Saturday, December 23, 2006

Beka Cooper: Terrier - Tamora Pierce

Tamora Pierce's Beka Cooper: Terrier is subtitled "A Legend of Tortall" and it goes back to an earlier period of Tortall's history, 200 years before Alanna: The First Adventure.

Beka (Rebakah) Cooper is 16, and her world is not one of knights, the nobility and palaces, but of thieves, beggars, shopkeepers, drinking dens, and the Court of the Rogue. She was born in the Lower City, in the worst of Corus' slums and it is where she feels most at home, although she has spent the eight years before the book opens living in the household of the Lord Provost.

Beka is a new member of the Provost's Guard - a rookie "cop", in a time when cops make their names based on their personality, their willingness to break heads, their attitude toward money, and love of the law. Beka intends to make her mark in this hard world, but it won't be easy for her because Beka is painfully shy, and at the outset has very few friends. These are problems she must deal with, but fortunately she meets people who can see through her shyness to see her as a smart, stubborn young woman. She already has one very good friend to advise her, who lives in her rooms on Nipcopper Close. He's a coal-black cat with purple eyes (suggesting he's a Divine being in disguise) and his name is Pounce.

Beka tells her story via the journal that she starts to keep on her very first day as a Puppy (in her time, the Guards (cops) are called Dogs and the trainee Guards are known as Puppies). Beka introduces us to the Dogs who are training her, teaching her what they know of the hard life of a Lower City Dog: Tunstall is easygoing and funny, although he goes a little nuts during a fight. Goodwin, on the other hand, is a small and tough hardcase who didn't want Beka to train with them - it's nothing personal, she tells Beka, it's just that they've never had a Puppy and they don't want one now, although they have no choice). The three of them are pulled into some very nasty crimes in the Lower City, largely as a result of Beka's own personal informants, the ghosts who ride on the city's pigeons, and the dust-spinners - literally small localised whirlwinds, each with their own personality, which not only pick up dust and street rubbish, but also carry the voices they hear... Beka finds herself attempting to solve two criminal rackets that are taking place in the Lower City - for "the Lower City is [hers], its people are [hers]. If she find them that's doing all this kidnapping and murdering, they'd best pray for mercy, because once [she] gets [her] teeth in 'em, [she] will never let them go." This last quote (from the back of the book) explains, in part, just how Beka earns her nickname "Terrier"; I was reminded strongly by this (in particular) of one of my Terry Pratchett characters, Sam Vimes, who coincidentally is also a cop, in the Discworld's Ankh-Morpork...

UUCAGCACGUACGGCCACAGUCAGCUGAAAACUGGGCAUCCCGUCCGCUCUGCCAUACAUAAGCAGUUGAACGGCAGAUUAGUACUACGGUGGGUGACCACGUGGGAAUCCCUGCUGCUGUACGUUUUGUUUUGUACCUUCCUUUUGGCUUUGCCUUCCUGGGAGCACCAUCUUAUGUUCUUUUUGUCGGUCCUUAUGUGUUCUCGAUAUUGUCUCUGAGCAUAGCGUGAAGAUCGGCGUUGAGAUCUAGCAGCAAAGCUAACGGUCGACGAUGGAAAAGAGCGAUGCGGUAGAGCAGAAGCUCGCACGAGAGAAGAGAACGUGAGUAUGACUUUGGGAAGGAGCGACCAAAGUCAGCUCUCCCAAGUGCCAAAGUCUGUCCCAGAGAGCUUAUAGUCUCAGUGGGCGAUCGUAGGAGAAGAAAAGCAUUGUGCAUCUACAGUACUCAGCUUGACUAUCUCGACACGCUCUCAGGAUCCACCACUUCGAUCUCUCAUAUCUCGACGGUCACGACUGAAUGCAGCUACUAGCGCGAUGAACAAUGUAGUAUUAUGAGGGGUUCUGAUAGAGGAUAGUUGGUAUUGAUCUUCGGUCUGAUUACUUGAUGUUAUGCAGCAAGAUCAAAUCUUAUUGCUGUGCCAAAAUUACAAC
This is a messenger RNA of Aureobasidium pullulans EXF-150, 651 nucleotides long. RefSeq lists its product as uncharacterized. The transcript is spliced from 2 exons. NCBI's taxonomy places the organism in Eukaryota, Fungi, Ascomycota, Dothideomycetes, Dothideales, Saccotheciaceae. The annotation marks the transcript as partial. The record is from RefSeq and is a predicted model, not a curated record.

This was a very good book - and I'm no longer a big fan of police procedurals (as they're called in America), and I shall definitely look for the sequels Bloodhound and Elkhound in due course. Beka Cooper: Terrier is also available from There's an excerpt available at Tamora Pierce's website.

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